Olsen explains how factors like biases and emotions influence our decision making in both high-stakes crises and everyday dilemmas. “When we’re making decisions—big or small—we want to think flexibly and dynamically,” he said. “But the reality is we’re all human beings. We’re under stress that narrows our cognitive field.”
On one level, Olsen breaks extreme decision making into two systems. The first involves mastering the mechanics of a new skill to the point where it can be performed with almost no thought at all. For the NBA’s James, for example, thousands of hours of practice have made dribbling second nature. “LeBron’s high-level strategic thinking is focused three or four plays in advance,” Olsen explained, “not on the mechanics of how he bounces a ball.”
After mastering the mechanics, Olsen said we evolve into reflexive decision making, or what he calls the “gut level” system. Those snap decisions are based on experience and practice, he stressed. “Someone with 30 years of experience in cardiothoracic surgery can make split-second operating room decisions at the informed gut level,” he said.
Olsen challenges his students to analyze their own decision-making process when, for example, choosing a university to attend. He asks them to describe how the two-system scenario played into their choice—from considering practical data like college rankings or tuition cost to “gut level” reactions like feeling a positive vibe on a campus trip.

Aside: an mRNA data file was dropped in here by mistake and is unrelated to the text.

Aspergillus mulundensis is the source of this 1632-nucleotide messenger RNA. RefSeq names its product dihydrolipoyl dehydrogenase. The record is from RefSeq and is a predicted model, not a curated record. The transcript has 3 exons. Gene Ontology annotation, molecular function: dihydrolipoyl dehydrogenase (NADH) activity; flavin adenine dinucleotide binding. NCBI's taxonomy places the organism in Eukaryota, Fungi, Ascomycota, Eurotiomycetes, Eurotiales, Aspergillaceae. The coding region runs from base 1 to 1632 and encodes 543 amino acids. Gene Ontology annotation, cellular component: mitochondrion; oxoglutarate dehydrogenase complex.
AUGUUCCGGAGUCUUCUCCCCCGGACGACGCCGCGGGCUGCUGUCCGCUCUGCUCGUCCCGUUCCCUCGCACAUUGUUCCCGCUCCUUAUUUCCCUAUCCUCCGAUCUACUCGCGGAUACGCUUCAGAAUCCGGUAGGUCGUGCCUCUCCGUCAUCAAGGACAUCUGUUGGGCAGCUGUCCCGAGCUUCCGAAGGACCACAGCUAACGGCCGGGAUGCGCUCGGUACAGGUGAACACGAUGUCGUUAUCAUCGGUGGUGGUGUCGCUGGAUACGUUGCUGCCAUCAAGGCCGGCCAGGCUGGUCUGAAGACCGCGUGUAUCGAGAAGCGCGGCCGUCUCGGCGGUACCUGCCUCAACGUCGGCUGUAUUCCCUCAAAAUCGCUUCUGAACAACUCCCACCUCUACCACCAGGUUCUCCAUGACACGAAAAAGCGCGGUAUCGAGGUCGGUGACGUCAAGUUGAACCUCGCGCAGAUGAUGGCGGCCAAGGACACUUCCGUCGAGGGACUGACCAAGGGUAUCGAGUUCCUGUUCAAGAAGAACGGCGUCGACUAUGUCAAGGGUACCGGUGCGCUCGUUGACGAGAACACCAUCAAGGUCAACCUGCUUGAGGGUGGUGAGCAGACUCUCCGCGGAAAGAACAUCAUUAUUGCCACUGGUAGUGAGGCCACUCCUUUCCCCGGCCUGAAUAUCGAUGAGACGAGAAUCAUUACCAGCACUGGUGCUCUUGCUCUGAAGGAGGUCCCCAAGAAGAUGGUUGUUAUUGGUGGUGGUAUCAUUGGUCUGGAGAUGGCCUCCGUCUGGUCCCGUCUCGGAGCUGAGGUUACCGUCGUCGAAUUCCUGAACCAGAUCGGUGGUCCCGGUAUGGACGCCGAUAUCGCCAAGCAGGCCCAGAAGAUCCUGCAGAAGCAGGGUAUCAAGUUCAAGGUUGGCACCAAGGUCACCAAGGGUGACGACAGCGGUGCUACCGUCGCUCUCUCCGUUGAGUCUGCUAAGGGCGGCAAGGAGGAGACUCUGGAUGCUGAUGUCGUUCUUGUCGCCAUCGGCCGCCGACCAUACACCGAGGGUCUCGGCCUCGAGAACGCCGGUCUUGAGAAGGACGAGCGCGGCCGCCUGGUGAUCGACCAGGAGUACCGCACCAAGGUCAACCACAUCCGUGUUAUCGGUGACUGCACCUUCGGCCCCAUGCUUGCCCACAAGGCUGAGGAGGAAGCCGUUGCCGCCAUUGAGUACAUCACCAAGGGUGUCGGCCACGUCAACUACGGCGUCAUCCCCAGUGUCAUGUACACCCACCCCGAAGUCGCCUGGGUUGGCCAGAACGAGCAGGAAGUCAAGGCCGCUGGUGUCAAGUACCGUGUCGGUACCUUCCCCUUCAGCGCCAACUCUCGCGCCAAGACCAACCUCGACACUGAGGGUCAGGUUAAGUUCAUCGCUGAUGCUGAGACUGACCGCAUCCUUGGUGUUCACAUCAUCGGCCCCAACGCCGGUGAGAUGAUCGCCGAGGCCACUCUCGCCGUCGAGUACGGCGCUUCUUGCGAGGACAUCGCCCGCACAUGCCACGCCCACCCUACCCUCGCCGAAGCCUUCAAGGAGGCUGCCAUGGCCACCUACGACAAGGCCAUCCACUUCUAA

“The course makes us think about how every factor must be considered in such large-scale decisions: How do you weigh variables against each other? How does one decide what is relevant? How does one action ripple out into unexpected outcomes?” said senior organizational sciences major Charles Phelps.
Olsen invites guest lecturers to class including financial experts, tech executives, physicians and even the concierge at the Four Seasons Hotel on Pennsylvania Avenue. But few have had Gruson’s impact.
As a 26-year-old journalist, Gruson was violently attacked while interviewing a former Green Beret who suddenly suffered a post-traumatic stress disorder flashback to his Vietnam service. Gruson went on to a career as a “New York Times” reporter. She teamed with marathoner Lubetsky, who, after the 2013 Boston Marathon bombing, wanted to add a more meaningful context to her races.
“For me and Kerry, it’s not about who’s the fastest or who’s the strongest,” Lubetsky said. “It’s about showing that absolutely anything is possible when two people come together.”
Indeed, Olsen detailed how their record-setting partnership relies on the decision-making systems. First, they mastered the complicated mechanics of competing as a team and then they developed an intuitive feel for each other’s strengths during races. “They epitomize the themes of this class,” Olsen said.
Noting that she has forgiven her attacker—“We are both victims of the war,” she said—Gruson challenged students to put aside emotions like anger that block positive decision making in their own lives. “Kerry simply preached hard work and kindness,” Phelps said. “It’s her mentality and her mantra.”